TurboRIP 3.0 is IPTech’s high speed Raster Image Processor for the Microsoft® Window 2000 Server platform and Windows XP Pro. TurboRIP 3.0 combines Adobe® PostScript 3™ and native PDF support with an intuitive web based interface for configuration and control.

IPTech’s TurboRIP 3.0’s RIP engine delivers compelling advances from Adobe’s latest technologies including support for PDF 1.5 and performance gains that result from Adobe’s new addition to the CPSI 3016 RIP technology of Multi-Threaded Rendering (MTR).   IPTech has also added its own enhancements; including improved color management, screening, and page size handling along with a full list of additional features described in our Technical White Paper below.

New in TurboRIP 3.0

PDF 1.5 Support

TurboRIP 3.0 supports PDF 1.3, 1.4 and 1.5, as produced by Acrobat 6. This includes more efficient compression techniques for all types of PDF files and JPEG 2000 compression for embedded images. TurboRIP also supports PDF/X a file format preferred by advertising publishers.


A key feature in PDF 1.4 and above is support for transparency and translucency.  TurboRIP 3.0 efficiently renders transparent and translucent by “flattening” them into opaque PostScript® objects that simulate the effect of transparency.


Multi-Threaded Rendering (MTR)

Multi-threaded rendering is designed specifically to improve performance by dividing the compute-intensive work of rendering the interpreted PostScript among multiple independent threads or CPU’s.


With MTR, multiple threads concurrently render the scan lines within a band with the ultimate goal of minimizing the idle time across one or more CPUs. MTR produces noticeable performance gains with jobs that are rendering bound. Typically, such jobs contain large numbers of images, vectors, or gradients.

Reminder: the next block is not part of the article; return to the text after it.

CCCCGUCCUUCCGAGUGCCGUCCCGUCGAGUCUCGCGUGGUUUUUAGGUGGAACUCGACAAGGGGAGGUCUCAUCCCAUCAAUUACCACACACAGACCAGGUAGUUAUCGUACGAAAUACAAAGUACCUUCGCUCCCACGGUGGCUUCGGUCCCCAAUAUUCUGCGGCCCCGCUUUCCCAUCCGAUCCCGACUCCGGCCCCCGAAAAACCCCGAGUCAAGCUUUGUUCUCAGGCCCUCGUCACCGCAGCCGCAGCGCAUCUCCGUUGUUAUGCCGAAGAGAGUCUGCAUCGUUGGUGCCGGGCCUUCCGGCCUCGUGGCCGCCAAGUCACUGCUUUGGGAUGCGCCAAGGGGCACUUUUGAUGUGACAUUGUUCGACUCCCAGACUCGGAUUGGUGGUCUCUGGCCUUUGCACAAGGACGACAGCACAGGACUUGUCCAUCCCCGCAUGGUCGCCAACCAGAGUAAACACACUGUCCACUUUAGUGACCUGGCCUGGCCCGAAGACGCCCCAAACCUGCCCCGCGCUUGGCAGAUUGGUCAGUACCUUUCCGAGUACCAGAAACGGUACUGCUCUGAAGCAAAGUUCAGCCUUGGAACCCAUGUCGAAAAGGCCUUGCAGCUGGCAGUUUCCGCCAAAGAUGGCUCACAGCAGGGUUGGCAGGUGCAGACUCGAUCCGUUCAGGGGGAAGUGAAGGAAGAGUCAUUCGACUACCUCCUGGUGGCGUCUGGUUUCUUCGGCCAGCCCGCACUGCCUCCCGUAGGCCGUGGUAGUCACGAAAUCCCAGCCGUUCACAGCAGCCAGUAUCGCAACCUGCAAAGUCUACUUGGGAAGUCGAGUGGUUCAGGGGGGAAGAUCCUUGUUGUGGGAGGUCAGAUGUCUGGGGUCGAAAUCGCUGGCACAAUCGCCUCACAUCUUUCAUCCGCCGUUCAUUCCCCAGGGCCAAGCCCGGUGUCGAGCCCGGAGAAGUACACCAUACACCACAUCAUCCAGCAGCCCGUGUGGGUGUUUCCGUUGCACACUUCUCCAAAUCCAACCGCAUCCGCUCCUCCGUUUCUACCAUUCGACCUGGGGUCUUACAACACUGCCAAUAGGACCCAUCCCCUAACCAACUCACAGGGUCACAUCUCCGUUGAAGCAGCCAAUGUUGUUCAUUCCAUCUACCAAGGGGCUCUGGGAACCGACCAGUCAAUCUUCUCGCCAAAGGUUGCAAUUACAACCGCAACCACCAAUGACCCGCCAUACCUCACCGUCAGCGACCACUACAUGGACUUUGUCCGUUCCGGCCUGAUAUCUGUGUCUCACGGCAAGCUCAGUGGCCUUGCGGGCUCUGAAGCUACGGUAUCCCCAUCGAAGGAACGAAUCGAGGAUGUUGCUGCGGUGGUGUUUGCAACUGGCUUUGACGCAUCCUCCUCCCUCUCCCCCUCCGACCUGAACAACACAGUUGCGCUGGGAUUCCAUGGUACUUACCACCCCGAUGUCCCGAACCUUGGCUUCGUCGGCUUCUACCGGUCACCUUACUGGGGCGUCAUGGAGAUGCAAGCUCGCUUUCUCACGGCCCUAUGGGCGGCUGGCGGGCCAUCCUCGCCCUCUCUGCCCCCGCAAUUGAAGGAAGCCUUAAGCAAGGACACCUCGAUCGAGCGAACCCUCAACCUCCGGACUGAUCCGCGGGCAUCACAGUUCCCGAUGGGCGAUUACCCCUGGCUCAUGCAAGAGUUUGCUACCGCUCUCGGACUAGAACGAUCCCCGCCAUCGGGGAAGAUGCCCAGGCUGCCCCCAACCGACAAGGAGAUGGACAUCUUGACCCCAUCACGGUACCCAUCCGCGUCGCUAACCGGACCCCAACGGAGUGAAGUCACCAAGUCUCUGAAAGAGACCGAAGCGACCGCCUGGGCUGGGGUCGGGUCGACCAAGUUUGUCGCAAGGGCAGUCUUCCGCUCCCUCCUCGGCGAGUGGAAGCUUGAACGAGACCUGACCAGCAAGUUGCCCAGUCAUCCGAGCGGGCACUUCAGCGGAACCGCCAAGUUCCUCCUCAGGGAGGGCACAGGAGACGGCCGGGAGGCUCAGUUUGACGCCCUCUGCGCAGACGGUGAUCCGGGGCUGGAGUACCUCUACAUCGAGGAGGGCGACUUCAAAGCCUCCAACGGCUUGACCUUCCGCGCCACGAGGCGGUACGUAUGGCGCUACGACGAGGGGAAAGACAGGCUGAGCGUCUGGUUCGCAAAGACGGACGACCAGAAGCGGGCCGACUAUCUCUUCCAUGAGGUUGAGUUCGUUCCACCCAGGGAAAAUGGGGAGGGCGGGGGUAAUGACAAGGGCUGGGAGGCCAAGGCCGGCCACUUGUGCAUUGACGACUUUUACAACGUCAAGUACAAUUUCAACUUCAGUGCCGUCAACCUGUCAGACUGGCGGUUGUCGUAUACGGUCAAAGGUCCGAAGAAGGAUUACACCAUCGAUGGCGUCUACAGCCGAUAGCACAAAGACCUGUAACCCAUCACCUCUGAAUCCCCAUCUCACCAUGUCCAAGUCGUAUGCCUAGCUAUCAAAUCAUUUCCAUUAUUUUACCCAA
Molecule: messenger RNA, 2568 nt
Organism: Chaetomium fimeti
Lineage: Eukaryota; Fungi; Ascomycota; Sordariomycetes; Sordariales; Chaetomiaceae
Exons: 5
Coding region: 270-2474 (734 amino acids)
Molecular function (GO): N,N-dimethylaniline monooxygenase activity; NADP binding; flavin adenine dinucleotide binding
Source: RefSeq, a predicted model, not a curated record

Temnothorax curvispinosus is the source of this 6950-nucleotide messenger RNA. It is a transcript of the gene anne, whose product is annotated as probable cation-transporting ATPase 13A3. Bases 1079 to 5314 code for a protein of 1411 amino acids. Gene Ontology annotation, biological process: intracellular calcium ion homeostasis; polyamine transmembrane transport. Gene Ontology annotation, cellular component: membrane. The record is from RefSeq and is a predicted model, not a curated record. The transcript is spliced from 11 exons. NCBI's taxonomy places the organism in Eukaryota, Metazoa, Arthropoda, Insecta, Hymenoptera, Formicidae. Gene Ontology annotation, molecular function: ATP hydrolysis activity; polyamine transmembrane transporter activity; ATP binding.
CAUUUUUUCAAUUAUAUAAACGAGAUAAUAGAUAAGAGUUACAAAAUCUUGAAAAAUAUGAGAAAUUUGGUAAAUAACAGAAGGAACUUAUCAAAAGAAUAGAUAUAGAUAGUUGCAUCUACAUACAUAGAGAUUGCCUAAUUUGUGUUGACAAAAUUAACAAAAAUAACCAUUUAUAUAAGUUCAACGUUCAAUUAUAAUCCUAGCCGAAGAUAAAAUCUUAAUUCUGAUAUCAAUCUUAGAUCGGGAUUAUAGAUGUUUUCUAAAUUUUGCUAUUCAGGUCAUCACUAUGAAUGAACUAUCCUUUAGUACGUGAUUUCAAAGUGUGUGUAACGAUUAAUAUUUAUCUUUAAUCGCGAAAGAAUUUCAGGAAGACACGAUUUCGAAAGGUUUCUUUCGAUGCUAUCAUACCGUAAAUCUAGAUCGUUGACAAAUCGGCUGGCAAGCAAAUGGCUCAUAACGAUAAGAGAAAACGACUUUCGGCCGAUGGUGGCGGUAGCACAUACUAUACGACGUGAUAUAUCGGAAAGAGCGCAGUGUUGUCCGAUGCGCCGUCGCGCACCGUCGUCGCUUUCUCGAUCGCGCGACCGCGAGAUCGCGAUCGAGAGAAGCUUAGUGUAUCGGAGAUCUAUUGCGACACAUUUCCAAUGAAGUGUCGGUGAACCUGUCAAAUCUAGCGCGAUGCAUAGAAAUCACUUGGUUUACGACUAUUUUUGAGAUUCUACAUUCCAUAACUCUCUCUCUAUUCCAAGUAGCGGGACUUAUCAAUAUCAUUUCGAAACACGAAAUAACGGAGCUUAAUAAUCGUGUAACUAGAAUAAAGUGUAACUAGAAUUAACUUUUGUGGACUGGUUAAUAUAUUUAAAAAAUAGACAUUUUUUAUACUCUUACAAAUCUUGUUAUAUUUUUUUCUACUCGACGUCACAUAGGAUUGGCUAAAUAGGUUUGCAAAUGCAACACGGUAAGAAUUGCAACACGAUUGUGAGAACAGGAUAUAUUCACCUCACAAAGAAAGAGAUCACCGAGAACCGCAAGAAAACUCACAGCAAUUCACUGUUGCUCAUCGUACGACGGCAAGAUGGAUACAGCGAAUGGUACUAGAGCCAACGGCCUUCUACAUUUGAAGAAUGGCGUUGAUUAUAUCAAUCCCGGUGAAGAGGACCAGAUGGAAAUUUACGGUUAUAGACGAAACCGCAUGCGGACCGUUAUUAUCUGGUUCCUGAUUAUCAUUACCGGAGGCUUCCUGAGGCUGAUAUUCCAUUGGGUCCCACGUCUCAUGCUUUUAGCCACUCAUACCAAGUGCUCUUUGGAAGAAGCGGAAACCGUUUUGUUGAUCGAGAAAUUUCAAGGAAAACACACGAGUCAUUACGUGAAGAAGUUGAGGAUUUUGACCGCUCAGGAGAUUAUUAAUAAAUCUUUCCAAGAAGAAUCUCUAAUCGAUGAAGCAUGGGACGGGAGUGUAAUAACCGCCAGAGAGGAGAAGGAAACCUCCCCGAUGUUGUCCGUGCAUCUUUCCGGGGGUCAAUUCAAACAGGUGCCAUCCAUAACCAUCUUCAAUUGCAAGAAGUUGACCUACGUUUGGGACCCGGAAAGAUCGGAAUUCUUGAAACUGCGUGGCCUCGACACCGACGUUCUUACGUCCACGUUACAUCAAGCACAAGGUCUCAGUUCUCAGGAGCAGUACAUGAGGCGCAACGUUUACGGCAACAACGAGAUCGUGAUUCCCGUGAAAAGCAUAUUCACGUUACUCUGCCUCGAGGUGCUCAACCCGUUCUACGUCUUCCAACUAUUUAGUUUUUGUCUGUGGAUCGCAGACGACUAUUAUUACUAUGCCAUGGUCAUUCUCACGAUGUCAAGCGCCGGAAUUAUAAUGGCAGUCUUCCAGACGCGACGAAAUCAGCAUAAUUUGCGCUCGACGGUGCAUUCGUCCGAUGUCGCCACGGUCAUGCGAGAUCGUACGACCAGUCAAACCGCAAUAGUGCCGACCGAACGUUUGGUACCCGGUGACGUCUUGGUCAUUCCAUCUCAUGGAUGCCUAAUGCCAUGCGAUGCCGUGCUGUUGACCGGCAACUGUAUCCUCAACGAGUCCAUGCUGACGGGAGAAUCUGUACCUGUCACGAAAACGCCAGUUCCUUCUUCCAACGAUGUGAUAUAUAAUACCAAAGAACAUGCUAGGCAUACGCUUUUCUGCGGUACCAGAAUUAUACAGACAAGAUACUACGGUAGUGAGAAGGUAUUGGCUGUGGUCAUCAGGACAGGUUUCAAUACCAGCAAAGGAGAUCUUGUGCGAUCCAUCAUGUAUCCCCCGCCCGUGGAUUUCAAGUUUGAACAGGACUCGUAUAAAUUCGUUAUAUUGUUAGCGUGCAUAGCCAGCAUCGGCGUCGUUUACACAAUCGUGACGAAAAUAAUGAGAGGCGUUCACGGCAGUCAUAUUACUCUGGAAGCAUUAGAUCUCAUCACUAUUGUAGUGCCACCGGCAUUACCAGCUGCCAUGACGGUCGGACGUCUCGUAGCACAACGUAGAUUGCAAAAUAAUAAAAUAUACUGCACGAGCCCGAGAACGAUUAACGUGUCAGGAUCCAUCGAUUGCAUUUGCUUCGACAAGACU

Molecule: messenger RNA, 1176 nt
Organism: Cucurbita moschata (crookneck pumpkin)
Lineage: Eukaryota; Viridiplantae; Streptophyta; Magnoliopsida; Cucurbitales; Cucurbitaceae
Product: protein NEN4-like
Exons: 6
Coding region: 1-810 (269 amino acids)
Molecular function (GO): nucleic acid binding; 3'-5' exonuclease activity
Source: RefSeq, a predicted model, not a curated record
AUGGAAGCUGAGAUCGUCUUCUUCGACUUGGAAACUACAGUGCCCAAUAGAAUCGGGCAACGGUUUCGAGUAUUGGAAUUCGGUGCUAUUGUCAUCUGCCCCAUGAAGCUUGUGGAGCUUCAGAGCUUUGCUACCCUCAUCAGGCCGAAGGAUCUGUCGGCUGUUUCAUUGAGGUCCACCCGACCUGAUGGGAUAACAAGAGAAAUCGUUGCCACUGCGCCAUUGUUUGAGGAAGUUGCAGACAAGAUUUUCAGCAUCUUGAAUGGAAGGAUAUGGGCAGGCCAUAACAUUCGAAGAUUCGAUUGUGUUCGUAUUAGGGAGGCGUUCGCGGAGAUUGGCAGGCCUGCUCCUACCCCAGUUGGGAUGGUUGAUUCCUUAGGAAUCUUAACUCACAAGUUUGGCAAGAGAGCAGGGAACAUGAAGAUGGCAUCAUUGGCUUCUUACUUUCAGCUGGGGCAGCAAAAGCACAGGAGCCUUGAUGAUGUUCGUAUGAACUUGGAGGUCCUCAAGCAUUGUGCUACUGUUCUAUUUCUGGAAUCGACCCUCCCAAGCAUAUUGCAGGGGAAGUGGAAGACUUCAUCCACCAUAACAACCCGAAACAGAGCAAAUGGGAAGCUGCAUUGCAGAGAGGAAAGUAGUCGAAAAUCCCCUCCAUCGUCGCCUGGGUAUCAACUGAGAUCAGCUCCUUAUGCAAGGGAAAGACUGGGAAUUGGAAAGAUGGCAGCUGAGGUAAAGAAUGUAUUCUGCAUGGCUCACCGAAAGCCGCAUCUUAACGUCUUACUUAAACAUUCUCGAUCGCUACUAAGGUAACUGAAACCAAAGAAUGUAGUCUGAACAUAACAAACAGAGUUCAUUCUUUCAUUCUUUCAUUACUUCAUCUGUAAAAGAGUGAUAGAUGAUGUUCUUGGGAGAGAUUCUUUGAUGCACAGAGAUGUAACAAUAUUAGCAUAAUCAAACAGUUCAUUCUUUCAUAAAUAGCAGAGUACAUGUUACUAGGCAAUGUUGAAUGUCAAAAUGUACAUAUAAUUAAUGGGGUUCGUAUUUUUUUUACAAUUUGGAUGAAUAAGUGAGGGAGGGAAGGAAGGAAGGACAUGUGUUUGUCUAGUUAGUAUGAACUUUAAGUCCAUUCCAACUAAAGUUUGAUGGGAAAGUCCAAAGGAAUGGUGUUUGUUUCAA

In Adobe’s recent press release (August 19, 2003), Adobe states “When tested, rendering speeds increased up to 44 percent on dual-CPU systems, and up to 65 percent on quad-CPU systems”.

CIE-Profile Based Color Management

Adobe’s CPSI 3016 offers improved CIE-based color conversion capability. IPTech has expanded this feature to provide a wide-ranging set of controls over how colors are processed and managed:

  • Device color input controls allow users to choose ICC input files for the DeviceGray, Device RGB and Device CMYK color spaces.
  • CIE-based color input controls allow users to choose ICC input profiles for the four CIE-based color spaces, or to force CIE-based colors to an appropriate device color space.
  • Embedded profiles controls allow users to choose whether to honor ICC profiles embedded in EPS, JPEG, or TIFF files.
  • Image rendering intent controls allow users to specify a specific rendering intent for images, with the option to choose a Perceptual, Relative Colorimetric, Absolute Colorimetric, or Saturation intent.
  • Output Rendering Dictionary controls allow users to choose a default Color Rendering Dictionary (CRD), and to specify whether or not that CRD should override any job-specified CRD.
  • Output Color Adjustment controls offer the choice between two OCA modes. Users can specify the use of a specific OCA file, or can route OCA requests to selected RGB an CMYK devicelink profiles
  • Enhanced overprinting options allow users to specify overprint behaviors for Black, CMYK, and spot colors in a number of specific situations.

Hybrid Screening

    TurboRIP’s Hybrid Screening option combines the best of traditional halftoning with newer “stochastic” techniques, to achieve highly accurate highlight tints, smooth blends and vignette.

    Traditional “amplitude modulated” (AM) screening often falls short in rendering highlights and smooth blends, because the smallest dots can disappear on press. “Frequency modulated” (FM) screening does a better job at holding highlights and shadows by randomly placing larger, more printable dots. But FM cannot match the overall visual quality of AM screening, and may present other challenges to proofing and on press.



This feature works as follows: A TurboRIP user determines the capabilities of his imager or press at the two ends of the tint scale, and enters these as the “Minimum dot” and “Maximum dot” for a TurboRIP RIP Setup. TurboRIP uses the specified minimum and maximum printable dots to image tints beyond these values by removing dots in a random manner.

TurboRIP’s Hybrid Screening allows printers who prefer AM screening to extend the gamut of their presses by increasing the range of tint values that can reliably printed on their presses.


TurboRIP 3.0 brochure in PDF